Sunday, 18 November 2012

Information regarding service matter and details of assets of employees can not be disclosed under RTI



REPORTABLE
 
IN THE SUPREME COURT OF INDIA
CIVIL APPELLATE JURISDICTION
 
Special Leave Petition (Civil) No. 27734 of 2012
(@ CC 14781/2012)
 
Girish Ramchandra Deshpande .. Petitioner
 
Versus
 
Cen. Information Commr. & Ors. .. Respondents
 
O R D E R
1. Delay condoned.
 
2. We are, in this case, concerned with the question whether the Central Information Commissioner (for short ‘the CIC’) acting under the Right to Information Act, 2005 (for short ‘the RTI Act’) was right in denying IN the third respondent’s personal matters pertaining to his service career and also denying the details of his assets and liabilities, movable and immovable properties on the ground that the information sought for was qualified to be personal information as defined in clause (j) of Section 8(1) of the RTI Act.

 
3. The petitioner herein had submitted an application on 27.8.2008 before the Regional Provident Fund Commissioner (Ministry of Labour, Government of India) calling for various details relating to third respondent, who was employed as an Enforcement Officer in Sub-Regional Office, Akola, now working in the State of Madhya Pradesh. As many as 15 queries were made to which the Regional Provident Fund Commissioner, Nagpur gave the following reply on 15.9.2008:
 
”As to Point No.1: Copy of appointment order of Shri A.B. Lute, is in 3 pages. You have sought the details of salary in respect of Shri A.B. Lute, which relates to personal information the disclosures of which has no relationship to any public activity or interest, it would cause unwarranted invasion of the privacy of individual hence denied as per the RTI provision under Section 8(1)(j) of the Act. As to Point No.2: Copy of order of granting Enforcement Officer Promotion to Shri A.B. Lute, is in 3 Number. Details of salary to the post along with statutory and other deductions of Mr. Lute is denied to provide as per RTI provisions under Section 8(1)(j) for the reasons mentioned above. As to Point NO.3: All the transfer orders of Shri A.B. Lute, are in 13 Numbers. Salary details is rejected as per the provision under Section 8(1)(j) for the reason mentioned above. As to Point No.4: The copies of memo, show cause notice, censure issued to Mr. Lute, are not being provided on the ground that it would cause unwarranted invasion of the privacy of the individual and has no relationship to any public activity or interest. Please see RTI provision under Section 8(1)(j).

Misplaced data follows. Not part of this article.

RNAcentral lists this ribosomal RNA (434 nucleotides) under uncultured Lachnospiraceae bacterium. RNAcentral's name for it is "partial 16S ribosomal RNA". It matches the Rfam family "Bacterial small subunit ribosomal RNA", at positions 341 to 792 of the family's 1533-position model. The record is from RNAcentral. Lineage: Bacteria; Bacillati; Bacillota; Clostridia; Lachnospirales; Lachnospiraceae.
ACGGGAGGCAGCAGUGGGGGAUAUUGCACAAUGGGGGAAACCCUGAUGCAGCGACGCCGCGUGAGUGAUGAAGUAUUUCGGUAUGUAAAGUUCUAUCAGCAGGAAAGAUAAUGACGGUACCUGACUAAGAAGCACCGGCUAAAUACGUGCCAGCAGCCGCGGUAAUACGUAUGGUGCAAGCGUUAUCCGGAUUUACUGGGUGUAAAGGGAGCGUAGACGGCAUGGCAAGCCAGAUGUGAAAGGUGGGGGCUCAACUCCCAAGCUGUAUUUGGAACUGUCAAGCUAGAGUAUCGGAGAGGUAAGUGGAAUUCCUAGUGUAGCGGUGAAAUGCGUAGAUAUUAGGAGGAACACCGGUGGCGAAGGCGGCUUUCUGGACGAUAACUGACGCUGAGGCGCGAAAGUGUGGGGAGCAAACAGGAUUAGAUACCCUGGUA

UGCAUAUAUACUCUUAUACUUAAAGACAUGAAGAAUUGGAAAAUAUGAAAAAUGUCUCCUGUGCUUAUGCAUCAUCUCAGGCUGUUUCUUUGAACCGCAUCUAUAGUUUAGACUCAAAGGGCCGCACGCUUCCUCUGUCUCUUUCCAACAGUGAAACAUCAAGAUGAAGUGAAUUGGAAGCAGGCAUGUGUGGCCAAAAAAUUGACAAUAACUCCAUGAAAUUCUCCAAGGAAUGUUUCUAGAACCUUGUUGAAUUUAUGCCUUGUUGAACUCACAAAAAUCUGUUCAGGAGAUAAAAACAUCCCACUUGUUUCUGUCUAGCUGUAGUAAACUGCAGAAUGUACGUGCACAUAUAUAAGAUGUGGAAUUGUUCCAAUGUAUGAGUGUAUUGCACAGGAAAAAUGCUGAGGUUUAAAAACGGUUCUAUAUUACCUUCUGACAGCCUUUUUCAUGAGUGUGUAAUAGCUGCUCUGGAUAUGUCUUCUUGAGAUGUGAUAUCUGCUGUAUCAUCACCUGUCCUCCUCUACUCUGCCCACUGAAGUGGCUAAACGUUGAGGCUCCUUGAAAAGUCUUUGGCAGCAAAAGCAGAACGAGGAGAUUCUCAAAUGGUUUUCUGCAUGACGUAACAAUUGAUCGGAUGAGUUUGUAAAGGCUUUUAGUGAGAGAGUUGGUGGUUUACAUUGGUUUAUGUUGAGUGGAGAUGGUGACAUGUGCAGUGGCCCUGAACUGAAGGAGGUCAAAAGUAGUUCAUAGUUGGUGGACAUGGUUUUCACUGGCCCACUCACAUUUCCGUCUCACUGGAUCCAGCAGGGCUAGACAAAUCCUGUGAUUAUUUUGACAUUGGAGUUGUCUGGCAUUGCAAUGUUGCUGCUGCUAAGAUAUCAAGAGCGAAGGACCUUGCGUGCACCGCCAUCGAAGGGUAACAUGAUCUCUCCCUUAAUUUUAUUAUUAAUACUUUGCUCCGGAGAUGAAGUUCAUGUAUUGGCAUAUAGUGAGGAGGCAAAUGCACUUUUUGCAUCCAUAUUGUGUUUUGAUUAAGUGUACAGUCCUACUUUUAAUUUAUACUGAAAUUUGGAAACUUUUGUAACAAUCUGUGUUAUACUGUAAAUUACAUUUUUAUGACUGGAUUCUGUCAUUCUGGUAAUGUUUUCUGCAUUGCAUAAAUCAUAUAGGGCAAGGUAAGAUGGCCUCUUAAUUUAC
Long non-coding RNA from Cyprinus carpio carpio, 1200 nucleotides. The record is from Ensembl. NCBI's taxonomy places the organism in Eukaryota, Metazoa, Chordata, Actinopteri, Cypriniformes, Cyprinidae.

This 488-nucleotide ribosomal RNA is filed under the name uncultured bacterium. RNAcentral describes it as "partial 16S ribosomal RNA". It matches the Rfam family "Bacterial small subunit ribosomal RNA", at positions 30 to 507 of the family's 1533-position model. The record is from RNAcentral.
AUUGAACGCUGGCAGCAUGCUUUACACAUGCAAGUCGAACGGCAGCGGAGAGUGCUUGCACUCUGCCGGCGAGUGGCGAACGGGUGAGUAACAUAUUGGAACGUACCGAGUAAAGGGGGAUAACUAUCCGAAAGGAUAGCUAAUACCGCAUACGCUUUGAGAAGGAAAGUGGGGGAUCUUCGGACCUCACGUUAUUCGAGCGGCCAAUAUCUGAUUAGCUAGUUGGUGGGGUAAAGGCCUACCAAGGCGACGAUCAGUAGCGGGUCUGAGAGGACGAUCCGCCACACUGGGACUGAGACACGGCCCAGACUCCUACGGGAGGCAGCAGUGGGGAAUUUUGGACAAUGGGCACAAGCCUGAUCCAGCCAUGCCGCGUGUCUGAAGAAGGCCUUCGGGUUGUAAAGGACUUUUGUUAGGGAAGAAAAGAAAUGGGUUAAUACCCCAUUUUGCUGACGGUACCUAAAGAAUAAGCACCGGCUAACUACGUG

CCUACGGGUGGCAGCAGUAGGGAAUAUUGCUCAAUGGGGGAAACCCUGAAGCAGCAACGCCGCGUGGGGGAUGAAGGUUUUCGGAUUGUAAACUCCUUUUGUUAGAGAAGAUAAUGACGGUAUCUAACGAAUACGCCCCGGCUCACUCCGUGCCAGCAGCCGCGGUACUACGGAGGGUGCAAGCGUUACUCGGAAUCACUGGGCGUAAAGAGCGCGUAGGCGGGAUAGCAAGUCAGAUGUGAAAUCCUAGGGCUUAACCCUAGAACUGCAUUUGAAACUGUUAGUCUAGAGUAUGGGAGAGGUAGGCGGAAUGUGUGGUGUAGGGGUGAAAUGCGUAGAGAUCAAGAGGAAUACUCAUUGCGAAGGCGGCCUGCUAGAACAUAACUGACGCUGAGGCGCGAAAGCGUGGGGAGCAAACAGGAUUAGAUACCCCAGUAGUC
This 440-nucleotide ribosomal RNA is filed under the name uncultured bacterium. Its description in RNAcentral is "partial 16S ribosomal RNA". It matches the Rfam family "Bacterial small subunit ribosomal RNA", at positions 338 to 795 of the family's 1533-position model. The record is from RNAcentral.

As to Point No.5: Copy of EPF (Staff & Conditions) Rules 1962 is in 60 pages. As to Point No.6: Copy of return of assets and liabilities in respect of Mr. Lute cannot be provided as per the
provision of RTI Act under Section 8(1)(j) as per the reason explained above at point No.1. As to Point No.7: Details of investment and other related details are rejected as per the provision of RTI Act under Section 8(1)(j) as per the reason explained above at point No.1. As to Point No.8: Copy of report of item wise and value wise details of gifts accepted by Mr. Lute, is rejected as per the provisions of RTI Act under Section 8(1)(j) as per the reason explained above at point No.1. As to Point No.9: Copy of details of movable, immovable properties of Mr. Lute, the request to provide the same is rejected as per the RTI Provisions under Section 8(1)(j). As to Point No.10: Mr. Lute is not claiming for TA/DA for attending the criminal case pending at JMFC, Akola. As to Point No.11: Copy of Notification is in 2 numbers.
 
As to Point No.12: Copy of certified true copy of charge sheet issued to Mr. Lute – The matter pertains with head Office, Mumbai. Your application is being forwarded to Head Office, Mumbai as per Section 6(3) of the RTI Act, 2005. As to Point No.13: Certified True copy of complete enquiry proceedings initiated against Mr. Lute – It would cause unwarranted invasion of privacy of individuals and has no relationship to any public activity or interest. Please see RTI provisions under Section 8(1)(j). As to Point No.14: It would cause unwarranted invasion of privacy of individuals and has no relationship to any public activity or interest, hence denied to provide.
 
As to Point No.15: Certified true copy of second show cause notice – It would cause unwarranted invasion of privacy of individuals and has no relationship to any public activity or interest, hence denied to provide.”
 
4. Aggrieved by the said order, the petitioner approached the CIC. The CIC passed the order on 18.6.2009, the operative portion of the order reads as under:
 
“The question for consideration is whether the aforesaid information sought by the Appellant can be treated as ‘personal information’ as defined in clause (j) of Section 8(1) of the RTI Act. It may be pertinent to mention that this issue came up before the Full Bench of the Commission in Appeal No.CIC/AT/A/2008/000628 (Milap Choraria v. Central Board of Direct Taxes) and the Commission vide its decision dated 15.6.2009 held that “the Income Tax return have been rightly held to be personal information exempted from disclosure under clause (j) of Section 8(1) of the RTI Act by the CPIO and the Appellate Authority, and the appellant herein has not been able to establish that a larger public interest would be served by disclosure of this information. This logic would hold good as far as the ITRs of Shri Lute are concerned. I would like to further observe that the information which has been denied to the appellant essentially falls in two parts–
 
(i) relating to the personal matters pertaining to his services career; and
(ii) Shri Lute’s assets & liabilities, movable and immovable properties and other financial
aspects.
 
I have no hesitation in holding that this information also qualifies to be the ‘personal information’ as defined in clause (j) of Section 8(1) of the RTI Act and the appellant has not been able to convince the Commission that disclosure thereof is in larger public interest.”
5. The CIC, after holding so directed the second respondent to disclose the information at paragraphs 1, 2, 3 (only posting details), 5, 10, 11, 12,13 (only copies of the posting orders) to the appellant within a period of four weeks from the date of the order. Further, it was held that the information sought for with regard to the other queries did not qualify for disclosure.